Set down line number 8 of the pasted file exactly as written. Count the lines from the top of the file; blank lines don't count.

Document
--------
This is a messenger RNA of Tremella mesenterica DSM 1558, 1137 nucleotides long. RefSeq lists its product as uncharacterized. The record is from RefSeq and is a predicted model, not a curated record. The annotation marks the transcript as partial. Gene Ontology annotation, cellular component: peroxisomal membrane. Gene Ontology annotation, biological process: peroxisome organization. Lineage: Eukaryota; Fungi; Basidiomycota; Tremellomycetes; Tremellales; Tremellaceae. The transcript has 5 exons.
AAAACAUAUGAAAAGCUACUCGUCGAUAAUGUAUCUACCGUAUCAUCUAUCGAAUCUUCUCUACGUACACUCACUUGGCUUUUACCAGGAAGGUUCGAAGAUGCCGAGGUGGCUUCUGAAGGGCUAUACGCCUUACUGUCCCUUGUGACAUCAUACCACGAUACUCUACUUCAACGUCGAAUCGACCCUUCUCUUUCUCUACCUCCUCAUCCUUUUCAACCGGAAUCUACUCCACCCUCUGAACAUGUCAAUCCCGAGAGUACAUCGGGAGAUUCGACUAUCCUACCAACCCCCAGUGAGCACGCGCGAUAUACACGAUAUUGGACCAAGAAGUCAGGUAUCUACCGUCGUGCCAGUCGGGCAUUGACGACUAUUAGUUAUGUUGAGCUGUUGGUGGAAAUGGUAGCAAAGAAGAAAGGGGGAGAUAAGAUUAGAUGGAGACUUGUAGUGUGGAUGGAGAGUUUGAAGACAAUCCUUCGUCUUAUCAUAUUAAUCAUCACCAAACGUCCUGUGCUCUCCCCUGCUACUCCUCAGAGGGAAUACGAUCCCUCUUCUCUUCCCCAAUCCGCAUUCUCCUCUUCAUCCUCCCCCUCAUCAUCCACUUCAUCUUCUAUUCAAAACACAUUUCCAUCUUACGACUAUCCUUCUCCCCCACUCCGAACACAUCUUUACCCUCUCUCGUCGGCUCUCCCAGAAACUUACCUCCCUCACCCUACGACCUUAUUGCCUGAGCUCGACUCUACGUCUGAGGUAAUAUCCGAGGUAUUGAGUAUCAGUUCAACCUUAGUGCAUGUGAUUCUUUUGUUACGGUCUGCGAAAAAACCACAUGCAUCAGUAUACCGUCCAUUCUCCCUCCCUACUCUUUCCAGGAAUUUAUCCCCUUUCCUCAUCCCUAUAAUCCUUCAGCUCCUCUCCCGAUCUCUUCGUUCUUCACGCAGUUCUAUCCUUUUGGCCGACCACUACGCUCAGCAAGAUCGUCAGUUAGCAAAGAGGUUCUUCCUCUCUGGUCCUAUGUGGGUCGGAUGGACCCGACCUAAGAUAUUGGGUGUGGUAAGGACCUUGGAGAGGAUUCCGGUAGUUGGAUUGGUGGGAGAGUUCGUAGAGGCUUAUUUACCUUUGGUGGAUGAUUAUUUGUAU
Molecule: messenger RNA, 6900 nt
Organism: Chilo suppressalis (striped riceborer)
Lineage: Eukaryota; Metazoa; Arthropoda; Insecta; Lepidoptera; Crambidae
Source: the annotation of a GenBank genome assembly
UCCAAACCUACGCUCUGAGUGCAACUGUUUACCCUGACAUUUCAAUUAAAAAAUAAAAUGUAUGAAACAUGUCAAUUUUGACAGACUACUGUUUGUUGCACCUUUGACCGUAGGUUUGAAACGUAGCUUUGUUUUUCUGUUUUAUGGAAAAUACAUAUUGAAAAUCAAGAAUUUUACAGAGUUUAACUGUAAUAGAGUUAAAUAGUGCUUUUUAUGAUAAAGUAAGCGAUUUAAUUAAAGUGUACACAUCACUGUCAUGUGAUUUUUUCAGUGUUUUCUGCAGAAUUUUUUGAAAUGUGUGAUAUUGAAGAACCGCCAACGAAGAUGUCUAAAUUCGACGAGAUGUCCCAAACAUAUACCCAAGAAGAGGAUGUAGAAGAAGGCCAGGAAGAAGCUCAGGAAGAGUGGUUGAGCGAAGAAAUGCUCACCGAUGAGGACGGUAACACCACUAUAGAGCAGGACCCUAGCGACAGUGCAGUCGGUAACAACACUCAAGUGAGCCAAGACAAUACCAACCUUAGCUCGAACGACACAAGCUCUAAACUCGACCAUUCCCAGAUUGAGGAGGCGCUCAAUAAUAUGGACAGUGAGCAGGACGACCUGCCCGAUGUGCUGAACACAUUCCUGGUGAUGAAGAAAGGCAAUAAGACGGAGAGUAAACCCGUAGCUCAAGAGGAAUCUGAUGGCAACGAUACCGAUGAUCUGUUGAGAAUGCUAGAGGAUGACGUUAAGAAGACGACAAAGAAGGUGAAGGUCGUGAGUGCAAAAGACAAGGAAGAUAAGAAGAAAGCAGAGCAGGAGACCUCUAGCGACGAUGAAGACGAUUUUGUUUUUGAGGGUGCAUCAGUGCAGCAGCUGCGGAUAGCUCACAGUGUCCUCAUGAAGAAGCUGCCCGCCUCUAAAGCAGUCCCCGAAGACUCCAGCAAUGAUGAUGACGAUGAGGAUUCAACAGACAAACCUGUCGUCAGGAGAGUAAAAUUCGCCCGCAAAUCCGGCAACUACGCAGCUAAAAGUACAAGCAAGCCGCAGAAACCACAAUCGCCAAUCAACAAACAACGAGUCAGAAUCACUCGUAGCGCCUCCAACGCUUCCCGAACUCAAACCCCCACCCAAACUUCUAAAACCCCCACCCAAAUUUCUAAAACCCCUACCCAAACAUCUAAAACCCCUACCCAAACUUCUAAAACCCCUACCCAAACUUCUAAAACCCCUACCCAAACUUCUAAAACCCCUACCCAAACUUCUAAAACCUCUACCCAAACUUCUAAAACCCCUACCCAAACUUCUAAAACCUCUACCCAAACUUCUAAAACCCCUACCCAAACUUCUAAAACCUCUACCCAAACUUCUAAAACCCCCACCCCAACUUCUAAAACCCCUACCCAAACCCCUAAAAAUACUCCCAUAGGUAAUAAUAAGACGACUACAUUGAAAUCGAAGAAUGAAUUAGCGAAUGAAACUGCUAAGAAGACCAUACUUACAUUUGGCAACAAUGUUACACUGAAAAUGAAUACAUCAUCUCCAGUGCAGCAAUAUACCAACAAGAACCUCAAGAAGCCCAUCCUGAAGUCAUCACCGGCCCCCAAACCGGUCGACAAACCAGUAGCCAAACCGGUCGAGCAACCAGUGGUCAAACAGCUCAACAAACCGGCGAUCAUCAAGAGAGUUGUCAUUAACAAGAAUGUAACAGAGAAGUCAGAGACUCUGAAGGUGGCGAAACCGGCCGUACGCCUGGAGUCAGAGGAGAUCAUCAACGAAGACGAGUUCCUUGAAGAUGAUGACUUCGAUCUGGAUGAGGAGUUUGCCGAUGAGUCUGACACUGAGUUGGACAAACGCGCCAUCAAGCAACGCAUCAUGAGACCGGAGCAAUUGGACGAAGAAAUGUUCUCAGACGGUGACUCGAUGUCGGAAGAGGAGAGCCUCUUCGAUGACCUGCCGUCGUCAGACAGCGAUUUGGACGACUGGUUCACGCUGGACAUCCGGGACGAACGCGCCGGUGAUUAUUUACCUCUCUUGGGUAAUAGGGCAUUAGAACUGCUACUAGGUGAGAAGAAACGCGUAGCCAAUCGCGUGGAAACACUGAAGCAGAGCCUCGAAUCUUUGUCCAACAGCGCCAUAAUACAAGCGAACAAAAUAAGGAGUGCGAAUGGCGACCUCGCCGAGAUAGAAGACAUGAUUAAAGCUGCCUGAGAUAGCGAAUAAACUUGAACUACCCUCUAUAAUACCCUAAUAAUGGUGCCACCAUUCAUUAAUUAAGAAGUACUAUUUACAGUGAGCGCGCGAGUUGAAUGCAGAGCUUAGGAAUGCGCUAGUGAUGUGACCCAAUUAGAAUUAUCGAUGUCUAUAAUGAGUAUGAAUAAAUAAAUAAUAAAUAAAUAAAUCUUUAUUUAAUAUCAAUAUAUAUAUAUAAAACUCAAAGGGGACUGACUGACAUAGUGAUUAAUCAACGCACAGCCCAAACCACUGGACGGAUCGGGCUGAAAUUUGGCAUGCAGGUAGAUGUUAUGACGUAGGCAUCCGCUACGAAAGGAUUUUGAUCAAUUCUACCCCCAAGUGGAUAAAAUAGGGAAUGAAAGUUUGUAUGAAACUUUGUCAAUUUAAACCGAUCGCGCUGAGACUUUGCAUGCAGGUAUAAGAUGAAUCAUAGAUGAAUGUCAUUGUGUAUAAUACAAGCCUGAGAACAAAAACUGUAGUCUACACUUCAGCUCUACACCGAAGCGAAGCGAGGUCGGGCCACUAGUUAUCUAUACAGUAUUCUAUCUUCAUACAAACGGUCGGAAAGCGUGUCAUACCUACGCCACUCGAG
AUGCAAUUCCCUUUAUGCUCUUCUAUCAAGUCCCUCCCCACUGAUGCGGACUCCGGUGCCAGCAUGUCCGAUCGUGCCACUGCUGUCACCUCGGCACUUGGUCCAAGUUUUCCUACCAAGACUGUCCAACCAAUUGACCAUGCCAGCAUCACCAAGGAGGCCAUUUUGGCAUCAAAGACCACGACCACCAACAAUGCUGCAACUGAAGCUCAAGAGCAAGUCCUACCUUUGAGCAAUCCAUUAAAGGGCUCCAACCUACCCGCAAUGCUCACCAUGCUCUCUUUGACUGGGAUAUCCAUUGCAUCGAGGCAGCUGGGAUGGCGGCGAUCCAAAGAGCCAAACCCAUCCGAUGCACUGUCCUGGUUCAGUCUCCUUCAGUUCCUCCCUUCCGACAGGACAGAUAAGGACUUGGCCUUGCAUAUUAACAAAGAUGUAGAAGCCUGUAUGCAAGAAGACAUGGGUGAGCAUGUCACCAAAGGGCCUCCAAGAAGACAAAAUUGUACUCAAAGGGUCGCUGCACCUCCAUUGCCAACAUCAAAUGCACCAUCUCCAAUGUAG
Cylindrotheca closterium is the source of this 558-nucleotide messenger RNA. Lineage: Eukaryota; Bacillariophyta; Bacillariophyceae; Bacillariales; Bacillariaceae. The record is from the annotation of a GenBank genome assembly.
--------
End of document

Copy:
AUGCAAUUCCCUUUAUGCUCUUCUAUCAAGUCCCUCCCCACUGAUGCGGACUCCGGUGCCAGCAUGUCCGAUCGUGCCACUGCUGUCACCUCGGCACUUGGUCCAAGUUUUCCUACCAAGACUGUCCAACCAAUUGACCAUGCCAGCAUCACCAAGGAGGCCAUUUUGGCAUCAAAGACCACGACCACCAACAAUGCUGCAACUGAAGCUCAAGAGCAAGUCCUACCUUUGAGCAAUCCAUUAAAGGGCUCCAACCUACCCGCAAUGCUCACCAUGCUCUCUUUGACUGGGAUAUCCAUUGCAUCGAGGCAGCUGGGAUGGCGGCGAUCCAAAGAGCCAAACCCAUCCGAUGCACUGUCCUGGUUCAGUCUCCUUCAGUUCCUCCCUUCCGACAGGACAGAUAAGGACUUGGCCUUGCAUAUUAACAAAGAUGUAGAAGCCUGUAUGCAAGAAGACAUGGGUGAGCAUGUCACCAAAGGGCCUCCAAGAAGACAAAAUUGUACUCAAAGGGUCGCUGCACCUCCAUUGCCAACAUCAAAUGCACCAUCUCCAAUGUAG